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Christmas is Here


It seems to be the trend these days that Christmas preparations start in October. The shops begin to display Christmas goods and Christmas songs are played non-stop until December!


In Flagrante is no different. However, our excuse is we have a concert to prepare and must be at our best by the 06 December.


Zooming from Spain in temperatures of 23 degrees, is not the best setting for Christmas songs, however, the next door neighbours seemed to appreciate my solo renditions!



Chatting with another chorister they said they were unsure about what The Parting Glass was about. It is a great example of that special quality found in the best farewell songs – being able to combine joy and sorrow in a way that is both sad yet uplifting at the same time.


The Parting Glass was revisited first. The timing of this song is critical and it is important to watch Elliot for the cut offs (sound familiar?)


As we have been through the first verse so often, the voice parts must be well known.


The challenge is to look up and the best way to do this is keep practising and feel the music and learn the words, so you don’t have to refer to your music scores.


Keep the energy going and this will prevent it from going flat.


Learn the lyrics + Look up = Perfect cut offs


Then on to Christmas.


A general rule for all the Christmas songs is that the word ‘Christmas’ is not crisp with a ChriSTmas sound, but an elongated vowel as in ‘ChrIIIIsmas’ without a ‘t’ sound.


When A Child is Born is a popular Christmas song although it makes no mention of Christmas. The English lyrics were written a few years later by Fred Jay (Friedrich Alex Jacobson who wrote many hits for Boney M.


Fred Jay's lyrics have been sung by many artists, first version by Michael Holm in 1974 but most successfully by Johnny Mathis in 1976, whose version was the Christmas number one of that year in the UK.


Elliot has made a beautiful arrangement of this song for In Flagrante.

Do not be indulgent and slow down when singing ‘When a child is born’. This will only happen at the end as directed.


Altos echo, ‘.. this comes to pass’ after the Sops, but come in very quickly with ‘When a child is born’ (no time to take a breath!)


Tenors can sing the tune on ‘A rosy hue….’ But once you get to ‘.. for a spell or two’ you are harmonising!


Sops, when singing your ‘Ahs’, please sound angelic!


A soft hum for everyone until the key change into the last verse.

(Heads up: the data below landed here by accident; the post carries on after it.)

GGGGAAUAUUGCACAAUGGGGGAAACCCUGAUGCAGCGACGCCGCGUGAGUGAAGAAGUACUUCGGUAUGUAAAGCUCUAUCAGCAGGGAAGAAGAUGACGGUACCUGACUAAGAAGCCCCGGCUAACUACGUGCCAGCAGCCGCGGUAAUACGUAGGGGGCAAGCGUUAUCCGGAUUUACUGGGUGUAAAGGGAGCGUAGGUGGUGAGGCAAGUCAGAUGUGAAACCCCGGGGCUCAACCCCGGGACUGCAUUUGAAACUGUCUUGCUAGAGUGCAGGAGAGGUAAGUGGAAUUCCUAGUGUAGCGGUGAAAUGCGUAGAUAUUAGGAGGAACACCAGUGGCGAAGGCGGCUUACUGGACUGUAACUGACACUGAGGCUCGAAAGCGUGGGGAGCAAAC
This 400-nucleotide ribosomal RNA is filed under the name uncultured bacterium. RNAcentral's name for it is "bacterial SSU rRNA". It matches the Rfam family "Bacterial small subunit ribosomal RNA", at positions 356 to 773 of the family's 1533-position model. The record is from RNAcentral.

Carol of the Bells is a popular Christmas carol which is based on the Ukrainian song called "Shchedryk".


It was adapted as an English Christmas carol, Carol of the Bells, by Peter J Wilhousky of NBC Radio, following a performance of the original song by the Ukrainian National Chorus at Carnegie Hall on October 5, 1922.


Carol of the Bells has been recorded into over 150 versions and re-arrangements for varying vocal and instrumental compositions.


The In Flagrante version only has two pages, which are repeated. The challenge is for the Sops to find somewhere to breathe! Preferably at the end of phrases!



Ding, Dong.

Remember, no crisp ‘Christmas’ and keep ‘Ding Dongs’ with a short vowel and accentuate the consonants ‘d’ and ‘ng’ to sound bell like


Altos in bar 28 remember two ‘dings’


It is best to practise your own voice parts by listening to Dropbox tracks and embed them in your memory and then listen to and sing against the other parts.


Again, watch Elliot for the timings.


Silent Night, a much-loved carol was first performed on Christmas Eve, 1818.

Originally it was sung to a simple guitar accompaniment.


The carol began life as a poem, written in 1816 by Father Joseph Mohr. Two years later, his friend Franz Gruber set the poem to music and the pair first sang the carol at midnight mass on Christmas Eve.


Silent Night had been translated into over 300 languages and was a worldwide Christmas phenomenon.


Our version, arranged by Eamonn, is in slow three time.


Do NOT be tempted to slide – keep it clean.

The bass notes stay the same and don’t change with the chords.


Hints and Tips

Be prepared for each rehearsal by practising at home.


Elliot has a good ear and can hear if you’ve done your homework (or not)!


Listen to the Maestro and watch him carefully, then you can’t go wrong!















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